The reduction or better yet, the elimination of the payroll tax should be permanent. The revenue required to run the federal government should be based on a consumption tax. This would eliminate the need to bicker over this 2% give back to the people. When all these “specific” taxes are eliminated and all programs funded from a general budget, it will eliminate these useless negotiations by our so called leaders.

dcb

December 13th, 2011
7:24 am

PS – I do have one question, though. Why do I think that the “payroll tax” is really nothing more than our social security contributions. And if they are reduced as they have been and now will probably continue being, doesn’t that simply reduce the amount we individually would have in our social security account? Someone help clear this up for me, please?

Aquagirl

December 13th, 2011
7:30 am

projects like keystone create jobs.

So, even assuming these theoretical jobs pay 50% in taxes, Keystone would have to produce $240 billion worth of paychecks. Somehow I’m not buying this argument.

You don’t base a budget on theoretical taxes on theoretical jobs. And perhaps you need help reading, as neither the lamestream media (Reuters) or Kyle says anything about consideration of jobs created by Keystone in these negotiations. Republicans have included Keystone as a bargaining chip. The State department has already said they won’t issue the permit anyhow. Running a 2,000 mile oil pipeline across a major water source may have unintended consequences.

Oh, and turn off the talk radio and you’ll be able to discuss a subject without reflexively screeching about Obama.

@@

December 13th, 2011
7:31 am

And on it goes.

Government likes to think it’s all about them. In a wait it is, but not in a good way.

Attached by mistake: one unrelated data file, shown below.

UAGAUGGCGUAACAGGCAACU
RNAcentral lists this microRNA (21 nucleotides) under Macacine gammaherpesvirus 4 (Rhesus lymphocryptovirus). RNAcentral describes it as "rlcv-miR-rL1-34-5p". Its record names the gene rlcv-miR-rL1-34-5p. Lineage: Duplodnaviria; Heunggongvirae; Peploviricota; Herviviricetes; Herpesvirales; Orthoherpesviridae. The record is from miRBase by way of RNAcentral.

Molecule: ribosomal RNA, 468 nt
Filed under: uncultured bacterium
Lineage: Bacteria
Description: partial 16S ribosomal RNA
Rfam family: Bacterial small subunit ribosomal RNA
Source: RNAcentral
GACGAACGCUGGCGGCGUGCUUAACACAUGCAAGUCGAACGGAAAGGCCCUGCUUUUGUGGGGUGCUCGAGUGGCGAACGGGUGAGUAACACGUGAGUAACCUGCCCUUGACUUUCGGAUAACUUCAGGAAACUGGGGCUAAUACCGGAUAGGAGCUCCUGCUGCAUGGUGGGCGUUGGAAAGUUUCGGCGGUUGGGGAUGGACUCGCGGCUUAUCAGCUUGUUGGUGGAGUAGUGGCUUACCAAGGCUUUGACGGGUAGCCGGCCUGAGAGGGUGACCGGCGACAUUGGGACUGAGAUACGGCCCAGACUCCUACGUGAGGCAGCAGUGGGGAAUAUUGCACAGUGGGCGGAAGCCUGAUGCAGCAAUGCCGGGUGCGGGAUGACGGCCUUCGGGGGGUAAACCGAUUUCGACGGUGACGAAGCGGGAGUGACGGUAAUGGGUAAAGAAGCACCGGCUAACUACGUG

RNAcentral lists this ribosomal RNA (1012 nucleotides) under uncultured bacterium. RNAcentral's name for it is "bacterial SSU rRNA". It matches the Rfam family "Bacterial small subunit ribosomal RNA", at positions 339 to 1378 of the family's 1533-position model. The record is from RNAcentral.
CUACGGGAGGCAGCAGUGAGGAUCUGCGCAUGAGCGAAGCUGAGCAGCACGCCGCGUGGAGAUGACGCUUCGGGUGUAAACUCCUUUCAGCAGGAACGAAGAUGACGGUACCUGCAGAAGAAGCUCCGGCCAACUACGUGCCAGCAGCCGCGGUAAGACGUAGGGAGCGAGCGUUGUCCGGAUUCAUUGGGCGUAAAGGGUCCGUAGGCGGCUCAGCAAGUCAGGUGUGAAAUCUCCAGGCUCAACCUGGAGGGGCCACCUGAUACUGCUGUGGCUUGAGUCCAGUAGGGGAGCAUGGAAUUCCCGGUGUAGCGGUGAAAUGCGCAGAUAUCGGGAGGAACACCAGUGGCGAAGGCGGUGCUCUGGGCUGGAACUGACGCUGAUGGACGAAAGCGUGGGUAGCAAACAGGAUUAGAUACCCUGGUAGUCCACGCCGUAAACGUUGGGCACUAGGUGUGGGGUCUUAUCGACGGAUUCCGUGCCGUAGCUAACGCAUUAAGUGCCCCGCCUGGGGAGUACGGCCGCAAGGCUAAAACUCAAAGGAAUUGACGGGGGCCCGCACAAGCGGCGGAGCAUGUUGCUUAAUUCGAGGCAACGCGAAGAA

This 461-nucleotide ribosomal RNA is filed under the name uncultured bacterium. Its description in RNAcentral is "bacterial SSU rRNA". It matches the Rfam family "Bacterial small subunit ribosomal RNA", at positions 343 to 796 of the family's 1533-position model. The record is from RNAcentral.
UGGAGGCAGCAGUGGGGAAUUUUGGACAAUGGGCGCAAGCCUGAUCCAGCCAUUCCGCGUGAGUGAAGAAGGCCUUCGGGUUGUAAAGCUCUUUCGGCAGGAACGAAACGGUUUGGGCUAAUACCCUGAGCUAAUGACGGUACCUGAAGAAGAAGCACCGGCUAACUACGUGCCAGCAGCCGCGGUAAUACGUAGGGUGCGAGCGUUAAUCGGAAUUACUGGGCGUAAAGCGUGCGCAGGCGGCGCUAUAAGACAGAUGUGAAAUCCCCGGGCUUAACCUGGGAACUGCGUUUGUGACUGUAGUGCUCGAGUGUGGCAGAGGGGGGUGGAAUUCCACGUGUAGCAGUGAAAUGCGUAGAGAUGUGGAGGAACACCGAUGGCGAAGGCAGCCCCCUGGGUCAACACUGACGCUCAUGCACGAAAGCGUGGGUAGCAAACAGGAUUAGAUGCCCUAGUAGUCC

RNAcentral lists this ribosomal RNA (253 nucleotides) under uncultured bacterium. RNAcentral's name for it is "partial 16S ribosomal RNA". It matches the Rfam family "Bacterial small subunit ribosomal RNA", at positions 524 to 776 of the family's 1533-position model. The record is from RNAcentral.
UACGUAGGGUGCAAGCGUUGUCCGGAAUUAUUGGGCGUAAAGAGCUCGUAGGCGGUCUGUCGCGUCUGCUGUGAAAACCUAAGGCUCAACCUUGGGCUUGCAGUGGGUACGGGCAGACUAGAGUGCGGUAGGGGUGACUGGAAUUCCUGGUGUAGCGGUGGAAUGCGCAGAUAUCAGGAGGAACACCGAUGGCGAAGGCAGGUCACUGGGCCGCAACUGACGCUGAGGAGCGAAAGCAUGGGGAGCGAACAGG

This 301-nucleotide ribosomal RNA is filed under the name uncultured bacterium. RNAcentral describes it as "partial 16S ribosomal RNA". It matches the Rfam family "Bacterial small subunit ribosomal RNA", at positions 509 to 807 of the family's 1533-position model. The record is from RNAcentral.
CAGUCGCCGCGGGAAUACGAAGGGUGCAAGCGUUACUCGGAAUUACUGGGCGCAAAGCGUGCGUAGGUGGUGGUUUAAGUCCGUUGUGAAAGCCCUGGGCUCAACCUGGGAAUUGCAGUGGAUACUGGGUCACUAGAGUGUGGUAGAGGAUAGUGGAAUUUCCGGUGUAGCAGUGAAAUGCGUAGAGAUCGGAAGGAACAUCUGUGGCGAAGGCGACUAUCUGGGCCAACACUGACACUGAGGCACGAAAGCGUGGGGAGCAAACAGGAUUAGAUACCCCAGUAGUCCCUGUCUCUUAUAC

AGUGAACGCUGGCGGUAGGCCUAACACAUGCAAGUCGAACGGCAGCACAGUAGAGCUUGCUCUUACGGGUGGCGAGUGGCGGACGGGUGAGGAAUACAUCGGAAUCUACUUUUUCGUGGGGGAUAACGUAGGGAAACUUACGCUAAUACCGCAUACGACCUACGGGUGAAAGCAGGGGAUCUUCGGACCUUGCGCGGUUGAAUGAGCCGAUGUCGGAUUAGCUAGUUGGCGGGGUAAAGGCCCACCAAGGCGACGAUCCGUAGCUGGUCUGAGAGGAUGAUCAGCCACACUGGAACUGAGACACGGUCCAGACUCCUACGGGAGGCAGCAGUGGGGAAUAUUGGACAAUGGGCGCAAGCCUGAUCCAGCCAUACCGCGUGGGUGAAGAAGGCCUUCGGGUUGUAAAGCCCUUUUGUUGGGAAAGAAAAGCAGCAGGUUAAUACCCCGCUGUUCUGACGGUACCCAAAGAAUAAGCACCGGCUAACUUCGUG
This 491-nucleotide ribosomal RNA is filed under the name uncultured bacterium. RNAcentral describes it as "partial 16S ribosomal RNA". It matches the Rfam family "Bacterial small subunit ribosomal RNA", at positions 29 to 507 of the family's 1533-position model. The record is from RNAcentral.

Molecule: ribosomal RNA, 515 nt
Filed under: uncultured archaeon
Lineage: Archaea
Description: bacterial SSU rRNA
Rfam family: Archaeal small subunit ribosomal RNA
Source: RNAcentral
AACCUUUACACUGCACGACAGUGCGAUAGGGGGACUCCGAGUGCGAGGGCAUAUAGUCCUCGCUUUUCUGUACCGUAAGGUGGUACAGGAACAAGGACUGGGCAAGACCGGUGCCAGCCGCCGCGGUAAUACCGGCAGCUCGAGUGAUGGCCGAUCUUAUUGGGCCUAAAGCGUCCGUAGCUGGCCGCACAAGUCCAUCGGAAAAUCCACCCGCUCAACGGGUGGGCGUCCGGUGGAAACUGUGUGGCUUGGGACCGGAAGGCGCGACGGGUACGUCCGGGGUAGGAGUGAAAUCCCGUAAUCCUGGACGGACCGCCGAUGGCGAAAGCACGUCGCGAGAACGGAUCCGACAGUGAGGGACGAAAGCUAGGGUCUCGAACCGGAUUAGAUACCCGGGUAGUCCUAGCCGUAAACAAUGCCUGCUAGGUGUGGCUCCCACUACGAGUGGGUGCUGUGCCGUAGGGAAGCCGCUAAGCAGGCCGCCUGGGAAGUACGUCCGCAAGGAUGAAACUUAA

Americans’ fear of big government – partly fueled by a sharp spike among Democrats since President Barack Obama took office – almost reached a record high this year and is far greater than people’s concerns about big business and big labor, a new Gallup poll Monday shows.

An overwhelming 64 percent of people surveyed said big government was the biggest threat to the country, compared to just 26 percent who said big business is their gravest concern and 8 percent who picked big labor.

Read more: http://www.politico.com/news/stories/1211/70318.html#ixzz1gPfVkE5F

If they won’t commit (to smaller government) we must evict.

schnirt

@@

December 13th, 2011
7:32 am

wait should be “way”.

IHB

jnes

December 13th, 2011
7:48 am

Funny how republicans are anti-tax until Obama proposes a tax cut that would save me $1,000 per year in immediate tax relief. Thanks, GOP.

ByteMe

December 13th, 2011
7:49 am

while everyone from Big Oil to Big Labor wonders aloud why an administration that says jobs are Job No. 1 would drag its feet on such a huge employment boost.

“Huge?” Are we talking like putting 1 million people to work or — much more likely — a few thousand? And at what price to the environment when the oil pipeline inevitably (because they all do) leaks?

An infrastructure bank will help create many more jobs, but Republicans now balk at their own idea.

Gimme Gimme Gimme

December 13th, 2011
7:51 am

Aquagirl@6:53 An oil pipeline has nothing to do with payroll taxes.

Neither do jobless benefits.

This is why the Senate is gridlocked, any major legislation is bogged down with an ideological poison pill totally unrelated to the subject at hand.

Mountain Man

December 13th, 2011
8:00 am

“PS – I do have one question, though. Why do I think that the “payroll tax” is really nothing more than our social security contributions. And if they are reduced as they have been and now will probably continue being, doesn’t that simply reduce the amount we individually would have in our social security account? Someone help clear this up for me, please?”

You are absolutely correct, and this is why I think this “tax holiday” is not a good idea.

bill

December 13th, 2011
8:02 am

one more time people pay for unemployment benefits in their pay check every week. So if someone has been paying 20 yrs they deserve every nickle they get.

dcb

December 13th, 2011
8:02 am